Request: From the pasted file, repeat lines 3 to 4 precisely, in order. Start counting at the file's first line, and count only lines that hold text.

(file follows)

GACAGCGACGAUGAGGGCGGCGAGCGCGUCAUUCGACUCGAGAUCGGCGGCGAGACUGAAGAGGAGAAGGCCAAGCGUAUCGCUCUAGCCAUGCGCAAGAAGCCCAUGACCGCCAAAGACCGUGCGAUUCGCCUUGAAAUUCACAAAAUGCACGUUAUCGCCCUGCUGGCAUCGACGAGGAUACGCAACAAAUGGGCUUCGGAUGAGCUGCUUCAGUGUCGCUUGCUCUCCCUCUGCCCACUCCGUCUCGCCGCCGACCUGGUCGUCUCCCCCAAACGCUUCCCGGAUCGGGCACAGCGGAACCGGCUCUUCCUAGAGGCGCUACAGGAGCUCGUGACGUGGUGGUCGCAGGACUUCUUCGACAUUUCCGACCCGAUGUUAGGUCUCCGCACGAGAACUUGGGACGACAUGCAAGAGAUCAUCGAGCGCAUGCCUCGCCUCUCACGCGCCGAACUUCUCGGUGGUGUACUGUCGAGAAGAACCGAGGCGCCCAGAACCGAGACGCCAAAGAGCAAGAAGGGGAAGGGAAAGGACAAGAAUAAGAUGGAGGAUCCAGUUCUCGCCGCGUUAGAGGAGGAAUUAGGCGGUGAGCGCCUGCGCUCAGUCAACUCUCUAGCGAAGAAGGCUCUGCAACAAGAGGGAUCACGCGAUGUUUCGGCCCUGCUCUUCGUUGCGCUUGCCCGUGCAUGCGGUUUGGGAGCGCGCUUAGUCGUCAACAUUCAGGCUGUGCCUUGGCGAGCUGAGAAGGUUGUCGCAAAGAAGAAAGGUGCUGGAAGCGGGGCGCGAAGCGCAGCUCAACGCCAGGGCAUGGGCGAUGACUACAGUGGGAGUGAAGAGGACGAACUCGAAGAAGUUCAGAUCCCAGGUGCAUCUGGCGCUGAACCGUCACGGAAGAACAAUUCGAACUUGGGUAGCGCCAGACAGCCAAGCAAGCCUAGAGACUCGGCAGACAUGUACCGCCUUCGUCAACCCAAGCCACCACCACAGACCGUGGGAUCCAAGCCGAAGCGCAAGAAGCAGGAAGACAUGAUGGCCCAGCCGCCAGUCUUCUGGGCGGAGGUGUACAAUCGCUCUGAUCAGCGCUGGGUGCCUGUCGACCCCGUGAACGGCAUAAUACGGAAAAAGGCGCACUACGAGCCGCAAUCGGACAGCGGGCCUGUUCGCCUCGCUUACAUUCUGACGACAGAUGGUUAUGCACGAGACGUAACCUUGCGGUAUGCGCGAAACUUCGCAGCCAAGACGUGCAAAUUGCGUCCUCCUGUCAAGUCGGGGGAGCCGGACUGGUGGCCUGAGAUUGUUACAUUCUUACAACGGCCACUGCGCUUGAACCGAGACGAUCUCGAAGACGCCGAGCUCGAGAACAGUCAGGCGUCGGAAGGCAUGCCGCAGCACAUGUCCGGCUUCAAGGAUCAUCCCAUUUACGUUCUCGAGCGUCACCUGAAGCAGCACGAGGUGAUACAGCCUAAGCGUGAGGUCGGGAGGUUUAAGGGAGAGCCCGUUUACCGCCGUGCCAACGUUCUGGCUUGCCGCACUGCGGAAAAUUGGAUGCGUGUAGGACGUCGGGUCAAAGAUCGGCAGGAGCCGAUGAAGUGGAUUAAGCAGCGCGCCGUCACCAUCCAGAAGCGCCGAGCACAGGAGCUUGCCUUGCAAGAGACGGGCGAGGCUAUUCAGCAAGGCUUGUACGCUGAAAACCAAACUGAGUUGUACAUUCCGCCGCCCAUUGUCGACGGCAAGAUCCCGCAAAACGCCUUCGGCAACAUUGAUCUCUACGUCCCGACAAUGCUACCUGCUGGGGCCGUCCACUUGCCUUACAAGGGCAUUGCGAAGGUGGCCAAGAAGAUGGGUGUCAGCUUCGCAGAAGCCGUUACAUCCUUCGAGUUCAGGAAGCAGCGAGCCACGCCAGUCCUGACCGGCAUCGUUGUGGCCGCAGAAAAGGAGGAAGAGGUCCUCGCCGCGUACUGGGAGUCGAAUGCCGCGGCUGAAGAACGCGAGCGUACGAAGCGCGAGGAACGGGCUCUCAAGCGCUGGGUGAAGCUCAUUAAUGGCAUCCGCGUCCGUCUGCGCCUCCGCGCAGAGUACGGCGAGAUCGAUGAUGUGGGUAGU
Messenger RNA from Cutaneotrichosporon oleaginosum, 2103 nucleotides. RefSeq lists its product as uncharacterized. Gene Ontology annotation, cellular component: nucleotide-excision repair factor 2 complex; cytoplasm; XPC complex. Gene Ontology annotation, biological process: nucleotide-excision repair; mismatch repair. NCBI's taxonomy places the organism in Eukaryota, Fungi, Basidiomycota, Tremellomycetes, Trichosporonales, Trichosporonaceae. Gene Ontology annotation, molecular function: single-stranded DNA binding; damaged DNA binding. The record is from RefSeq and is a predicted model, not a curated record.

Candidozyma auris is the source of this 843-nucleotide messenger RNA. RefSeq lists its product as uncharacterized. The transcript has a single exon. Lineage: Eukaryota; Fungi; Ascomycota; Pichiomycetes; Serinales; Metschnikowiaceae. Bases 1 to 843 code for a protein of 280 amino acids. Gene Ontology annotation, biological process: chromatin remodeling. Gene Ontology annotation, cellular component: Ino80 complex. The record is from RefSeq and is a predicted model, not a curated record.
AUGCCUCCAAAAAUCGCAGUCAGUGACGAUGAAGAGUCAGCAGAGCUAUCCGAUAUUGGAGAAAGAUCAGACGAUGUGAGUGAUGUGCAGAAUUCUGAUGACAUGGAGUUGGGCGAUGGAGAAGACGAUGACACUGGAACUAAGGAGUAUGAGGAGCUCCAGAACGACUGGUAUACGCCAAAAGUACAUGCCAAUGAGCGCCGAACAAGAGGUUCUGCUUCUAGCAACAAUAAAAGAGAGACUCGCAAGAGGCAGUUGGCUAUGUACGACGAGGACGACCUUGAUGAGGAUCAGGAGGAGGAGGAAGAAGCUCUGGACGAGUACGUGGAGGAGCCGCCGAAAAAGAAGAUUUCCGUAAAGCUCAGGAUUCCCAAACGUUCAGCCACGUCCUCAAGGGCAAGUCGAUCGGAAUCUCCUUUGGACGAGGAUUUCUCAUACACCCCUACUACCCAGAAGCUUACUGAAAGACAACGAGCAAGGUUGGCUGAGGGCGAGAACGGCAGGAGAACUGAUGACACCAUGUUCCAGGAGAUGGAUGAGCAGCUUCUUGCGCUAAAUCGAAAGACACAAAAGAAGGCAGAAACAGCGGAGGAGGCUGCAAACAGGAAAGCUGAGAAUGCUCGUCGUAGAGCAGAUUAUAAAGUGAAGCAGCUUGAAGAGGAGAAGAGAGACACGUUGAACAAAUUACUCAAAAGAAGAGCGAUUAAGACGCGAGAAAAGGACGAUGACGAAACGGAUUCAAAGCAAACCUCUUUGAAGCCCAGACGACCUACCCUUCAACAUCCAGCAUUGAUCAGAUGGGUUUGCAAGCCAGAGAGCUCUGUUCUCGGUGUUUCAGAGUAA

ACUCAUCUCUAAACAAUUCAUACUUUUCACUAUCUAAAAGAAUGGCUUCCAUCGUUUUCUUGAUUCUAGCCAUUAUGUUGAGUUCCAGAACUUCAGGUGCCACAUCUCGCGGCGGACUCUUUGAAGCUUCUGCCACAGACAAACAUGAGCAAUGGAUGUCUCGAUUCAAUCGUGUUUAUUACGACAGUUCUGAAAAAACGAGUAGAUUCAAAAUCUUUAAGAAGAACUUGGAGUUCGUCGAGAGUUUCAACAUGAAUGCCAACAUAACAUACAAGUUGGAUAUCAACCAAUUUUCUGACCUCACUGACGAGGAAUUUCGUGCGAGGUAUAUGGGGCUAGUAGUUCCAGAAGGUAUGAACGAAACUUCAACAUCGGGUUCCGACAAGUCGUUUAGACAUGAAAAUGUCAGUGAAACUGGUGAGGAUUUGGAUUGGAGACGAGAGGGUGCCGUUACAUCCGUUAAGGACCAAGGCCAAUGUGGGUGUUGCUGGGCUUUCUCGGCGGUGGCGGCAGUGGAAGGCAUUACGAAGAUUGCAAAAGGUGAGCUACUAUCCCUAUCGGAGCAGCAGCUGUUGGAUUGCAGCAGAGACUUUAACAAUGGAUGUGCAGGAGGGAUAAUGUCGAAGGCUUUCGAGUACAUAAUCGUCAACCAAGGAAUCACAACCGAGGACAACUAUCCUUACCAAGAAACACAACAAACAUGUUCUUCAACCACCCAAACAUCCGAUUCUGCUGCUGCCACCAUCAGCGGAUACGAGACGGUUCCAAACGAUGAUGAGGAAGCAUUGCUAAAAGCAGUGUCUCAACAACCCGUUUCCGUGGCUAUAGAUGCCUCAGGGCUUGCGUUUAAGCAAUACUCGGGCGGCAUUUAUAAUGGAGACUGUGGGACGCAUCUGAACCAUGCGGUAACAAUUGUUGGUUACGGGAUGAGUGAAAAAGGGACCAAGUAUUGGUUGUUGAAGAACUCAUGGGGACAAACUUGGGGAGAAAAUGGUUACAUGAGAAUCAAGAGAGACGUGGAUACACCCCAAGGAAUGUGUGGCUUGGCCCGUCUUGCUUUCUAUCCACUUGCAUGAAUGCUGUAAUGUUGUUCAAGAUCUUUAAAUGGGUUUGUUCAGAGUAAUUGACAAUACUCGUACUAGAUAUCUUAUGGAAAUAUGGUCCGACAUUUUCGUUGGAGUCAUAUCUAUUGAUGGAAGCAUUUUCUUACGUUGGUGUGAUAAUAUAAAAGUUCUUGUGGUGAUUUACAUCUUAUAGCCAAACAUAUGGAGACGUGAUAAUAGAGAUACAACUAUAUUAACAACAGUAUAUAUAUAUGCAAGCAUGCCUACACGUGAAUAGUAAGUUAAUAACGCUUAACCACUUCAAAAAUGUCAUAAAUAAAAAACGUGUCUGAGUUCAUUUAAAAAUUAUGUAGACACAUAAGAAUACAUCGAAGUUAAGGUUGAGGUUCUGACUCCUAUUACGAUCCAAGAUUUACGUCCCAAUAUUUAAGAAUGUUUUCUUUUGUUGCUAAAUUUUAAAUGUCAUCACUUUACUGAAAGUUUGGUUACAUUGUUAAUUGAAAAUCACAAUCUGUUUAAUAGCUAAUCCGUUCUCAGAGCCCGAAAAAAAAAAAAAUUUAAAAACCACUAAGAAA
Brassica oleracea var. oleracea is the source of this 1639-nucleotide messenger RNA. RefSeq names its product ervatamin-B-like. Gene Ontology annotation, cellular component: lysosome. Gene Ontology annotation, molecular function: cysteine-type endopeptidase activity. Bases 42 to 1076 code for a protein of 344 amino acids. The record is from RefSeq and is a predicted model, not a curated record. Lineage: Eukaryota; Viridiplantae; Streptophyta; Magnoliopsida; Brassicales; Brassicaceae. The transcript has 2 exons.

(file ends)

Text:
Candidozyma auris is the source of this 843-nucleotide messenger RNA. RefSeq lists its product as uncharacterized. The transcript has a single exon. Lineage: Eukaryota; Fungi; Ascomycota; Pichiomycetes; Serinales; Metschnikowiaceae. Bases 1 to 843 code for a protein of 280 amino acids. Gene Ontology annotation, biological process: chromatin remodeling. Gene Ontology annotation, cellular component: Ino80 complex. The record is from RefSeq and is a predicted model, not a curated record.
AUGCCUCCAAAAAUCGCAGUCAGUGACGAUGAAGAGUCAGCAGAGCUAUCCGAUAUUGGAGAAAGAUCAGACGAUGUGAGUGAUGUGCAGAAUUCUGAUGACAUGGAGUUGGGCGAUGGAGAAGACGAUGACACUGGAACUAAGGAGUAUGAGGAGCUCCAGAACGACUGGUAUACGCCAAAAGUACAUGCCAAUGAGCGCCGAACAAGAGGUUCUGCUUCUAGCAACAAUAAAAGAGAGACUCGCAAGAGGCAGUUGGCUAUGUACGACGAGGACGACCUUGAUGAGGAUCAGGAGGAGGAGGAAGAAGCUCUGGACGAGUACGUGGAGGAGCCGCCGAAAAAGAAGAUUUCCGUAAAGCUCAGGAUUCCCAAACGUUCAGCCACGUCCUCAAGGGCAAGUCGAUCGGAAUCUCCUUUGGACGAGGAUUUCUCAUACACCCCUACUACCCAGAAGCUUACUGAAAGACAACGAGCAAGGUUGGCUGAGGGCGAGAACGGCAGGAGAACUGAUGACACCAUGUUCCAGGAGAUGGAUGAGCAGCUUCUUGCGCUAAAUCGAAAGACACAAAAGAAGGCAGAAACAGCGGAGGAGGCUGCAAACAGGAAAGCUGAGAAUGCUCGUCGUAGAGCAGAUUAUAAAGUGAAGCAGCUUGAAGAGGAGAAGAGAGACACGUUGAACAAAUUACUCAAAAGAAGAGCGAUUAAGACGCGAGAAAAGGACGAUGACGAAACGGAUUCAAAGCAAACCUCUUUGAAGCCCAGACGACCUACCCUUCAACAUCCAGCAUUGAUCAGAUGGGUUUGCAAGCCAGAGAGCUCUGUUCUCGGUGUUUCAGAGUAA